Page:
Most vacuum cleaner pumps are centrifugal fans. They operate at very weak vacuums but with high flow rates. The typical achievable pressure is 20 kPa from ambient, which is 80 inH2O, but the flow rate is of course very large. If it would be more effective to run them in parallel or series in a fluid bed roaster is hard to say, in my opinion. My concern is that if they're connected in series, the secondary fan (closest to the roaster) won't contribute with a whole lot to the air that's already flowing through at high speed, since the motor is designed to run at a specific speed.


Thanks for your comments. After a bit more reading online, it seems that connecting vacuum motors in parallel will tend to increase flow rate but not so much sealed suction, whereas connecting them in series will tend to increase sealed suction but not so much flow rate. This makes sense to me thinking about it using a simple electrical model analogy, and it also seems to be consistent with your comments if I'm interpreting them correctly.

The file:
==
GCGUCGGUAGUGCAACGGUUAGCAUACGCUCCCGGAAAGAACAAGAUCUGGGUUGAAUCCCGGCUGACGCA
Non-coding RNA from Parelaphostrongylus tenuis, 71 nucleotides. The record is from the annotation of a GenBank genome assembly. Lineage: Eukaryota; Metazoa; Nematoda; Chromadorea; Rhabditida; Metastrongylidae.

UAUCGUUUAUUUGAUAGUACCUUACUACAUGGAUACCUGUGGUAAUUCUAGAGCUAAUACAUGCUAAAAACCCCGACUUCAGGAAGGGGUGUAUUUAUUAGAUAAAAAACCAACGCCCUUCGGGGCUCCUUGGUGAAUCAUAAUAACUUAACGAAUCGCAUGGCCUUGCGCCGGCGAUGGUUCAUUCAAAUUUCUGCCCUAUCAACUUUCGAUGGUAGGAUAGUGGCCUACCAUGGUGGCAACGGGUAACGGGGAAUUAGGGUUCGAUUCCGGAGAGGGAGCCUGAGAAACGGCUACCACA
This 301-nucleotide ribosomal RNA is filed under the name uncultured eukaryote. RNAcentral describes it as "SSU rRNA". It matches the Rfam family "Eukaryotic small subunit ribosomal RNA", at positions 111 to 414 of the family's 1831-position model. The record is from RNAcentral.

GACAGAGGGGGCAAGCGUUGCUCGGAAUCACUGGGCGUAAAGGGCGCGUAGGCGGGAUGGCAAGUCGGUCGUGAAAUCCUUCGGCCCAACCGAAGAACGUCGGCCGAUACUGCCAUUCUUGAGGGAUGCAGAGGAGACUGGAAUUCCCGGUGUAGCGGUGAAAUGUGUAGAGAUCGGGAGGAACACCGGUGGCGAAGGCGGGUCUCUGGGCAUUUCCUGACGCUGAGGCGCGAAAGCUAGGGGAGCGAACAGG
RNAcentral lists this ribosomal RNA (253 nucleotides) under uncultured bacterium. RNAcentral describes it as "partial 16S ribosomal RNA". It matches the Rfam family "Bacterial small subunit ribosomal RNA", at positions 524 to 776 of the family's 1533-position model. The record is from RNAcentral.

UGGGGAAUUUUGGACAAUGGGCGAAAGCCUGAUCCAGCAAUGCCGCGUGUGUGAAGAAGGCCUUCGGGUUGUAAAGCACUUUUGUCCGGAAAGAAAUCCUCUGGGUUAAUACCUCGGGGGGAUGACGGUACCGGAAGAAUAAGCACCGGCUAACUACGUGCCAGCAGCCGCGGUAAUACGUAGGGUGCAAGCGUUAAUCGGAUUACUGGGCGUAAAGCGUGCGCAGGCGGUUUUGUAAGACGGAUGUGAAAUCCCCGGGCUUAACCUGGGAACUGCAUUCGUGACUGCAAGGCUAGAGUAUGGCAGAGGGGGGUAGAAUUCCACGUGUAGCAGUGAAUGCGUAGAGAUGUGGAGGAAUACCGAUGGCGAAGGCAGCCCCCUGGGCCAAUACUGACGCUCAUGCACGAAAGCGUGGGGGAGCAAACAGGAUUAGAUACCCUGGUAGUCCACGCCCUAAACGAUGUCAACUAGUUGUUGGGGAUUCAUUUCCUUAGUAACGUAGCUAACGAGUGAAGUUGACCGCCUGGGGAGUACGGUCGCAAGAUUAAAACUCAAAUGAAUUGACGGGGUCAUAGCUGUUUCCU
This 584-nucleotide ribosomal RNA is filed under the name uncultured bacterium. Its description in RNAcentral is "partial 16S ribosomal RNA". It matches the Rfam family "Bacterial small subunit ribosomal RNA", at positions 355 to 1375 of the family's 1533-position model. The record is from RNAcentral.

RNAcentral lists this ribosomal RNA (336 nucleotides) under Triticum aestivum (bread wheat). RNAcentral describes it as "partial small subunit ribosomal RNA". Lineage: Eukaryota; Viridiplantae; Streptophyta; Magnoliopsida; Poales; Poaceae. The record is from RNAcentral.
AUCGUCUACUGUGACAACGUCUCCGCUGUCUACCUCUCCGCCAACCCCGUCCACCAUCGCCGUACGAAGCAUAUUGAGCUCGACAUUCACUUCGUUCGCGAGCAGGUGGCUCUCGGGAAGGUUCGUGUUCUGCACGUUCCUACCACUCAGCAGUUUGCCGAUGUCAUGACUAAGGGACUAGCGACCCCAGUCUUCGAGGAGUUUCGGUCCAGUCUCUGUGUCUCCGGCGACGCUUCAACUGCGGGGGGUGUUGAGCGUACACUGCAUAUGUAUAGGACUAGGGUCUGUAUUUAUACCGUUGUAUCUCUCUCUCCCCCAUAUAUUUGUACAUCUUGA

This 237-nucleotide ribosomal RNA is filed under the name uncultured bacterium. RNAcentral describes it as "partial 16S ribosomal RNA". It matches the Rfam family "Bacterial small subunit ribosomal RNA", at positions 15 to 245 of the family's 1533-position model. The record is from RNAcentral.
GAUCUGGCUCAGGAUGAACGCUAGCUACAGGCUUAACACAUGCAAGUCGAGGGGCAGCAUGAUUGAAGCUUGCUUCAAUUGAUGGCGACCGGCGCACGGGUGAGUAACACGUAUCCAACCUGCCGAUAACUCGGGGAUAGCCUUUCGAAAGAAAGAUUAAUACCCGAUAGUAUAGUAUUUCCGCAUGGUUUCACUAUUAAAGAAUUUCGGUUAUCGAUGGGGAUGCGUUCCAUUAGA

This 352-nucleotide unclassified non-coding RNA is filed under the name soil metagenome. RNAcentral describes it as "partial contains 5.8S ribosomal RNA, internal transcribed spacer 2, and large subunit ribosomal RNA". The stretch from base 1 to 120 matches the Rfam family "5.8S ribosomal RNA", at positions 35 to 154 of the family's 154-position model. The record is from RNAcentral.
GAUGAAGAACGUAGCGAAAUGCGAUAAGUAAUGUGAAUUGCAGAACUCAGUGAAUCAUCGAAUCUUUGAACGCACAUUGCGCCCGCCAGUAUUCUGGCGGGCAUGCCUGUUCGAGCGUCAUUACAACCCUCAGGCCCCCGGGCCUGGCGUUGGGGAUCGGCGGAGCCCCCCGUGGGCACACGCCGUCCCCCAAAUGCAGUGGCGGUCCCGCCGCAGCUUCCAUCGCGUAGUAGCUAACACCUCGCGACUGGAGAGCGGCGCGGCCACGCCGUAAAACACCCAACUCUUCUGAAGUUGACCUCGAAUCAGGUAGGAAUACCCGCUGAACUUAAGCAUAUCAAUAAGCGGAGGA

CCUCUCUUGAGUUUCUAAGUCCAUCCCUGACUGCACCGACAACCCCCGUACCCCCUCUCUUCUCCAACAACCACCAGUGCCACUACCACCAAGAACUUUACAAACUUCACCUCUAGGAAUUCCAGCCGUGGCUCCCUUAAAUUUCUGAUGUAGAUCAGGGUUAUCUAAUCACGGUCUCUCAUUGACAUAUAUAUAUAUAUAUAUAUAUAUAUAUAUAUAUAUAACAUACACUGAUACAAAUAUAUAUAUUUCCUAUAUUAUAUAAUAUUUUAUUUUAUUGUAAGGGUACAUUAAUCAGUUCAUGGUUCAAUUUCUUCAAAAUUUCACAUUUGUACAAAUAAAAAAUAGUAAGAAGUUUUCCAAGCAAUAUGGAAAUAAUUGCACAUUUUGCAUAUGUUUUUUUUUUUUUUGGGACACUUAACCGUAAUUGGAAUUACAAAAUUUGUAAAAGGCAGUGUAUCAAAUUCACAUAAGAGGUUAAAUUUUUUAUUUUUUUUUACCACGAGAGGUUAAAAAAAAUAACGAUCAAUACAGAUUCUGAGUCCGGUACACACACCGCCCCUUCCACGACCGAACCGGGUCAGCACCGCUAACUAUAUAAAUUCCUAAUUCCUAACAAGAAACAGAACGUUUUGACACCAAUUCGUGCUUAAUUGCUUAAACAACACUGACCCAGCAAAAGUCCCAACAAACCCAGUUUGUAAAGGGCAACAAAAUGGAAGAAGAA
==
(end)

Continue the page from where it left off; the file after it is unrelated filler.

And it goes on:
However, I am also thinking that when a bean load is present in the RC it represents a resistance to flow through the vacuum motor and can, with the exception of flow through interstitial void volume in the mass, effectively shut down flow just as sealing off the vacuum side would. So I'm wondering if water lift on the vacuum side might not be highly related to "bean lift" on the exhaust side.

In my small system, I observe a couple of phenomena I think could be related to this; one is an initial central, continuous jetting up through the center of the RC where beans are then moving back downward along the outer walls, and the other is a pulsating lift and fall phenomenon that applies to pretty much the entire mass once the bulk density has dropped to about half.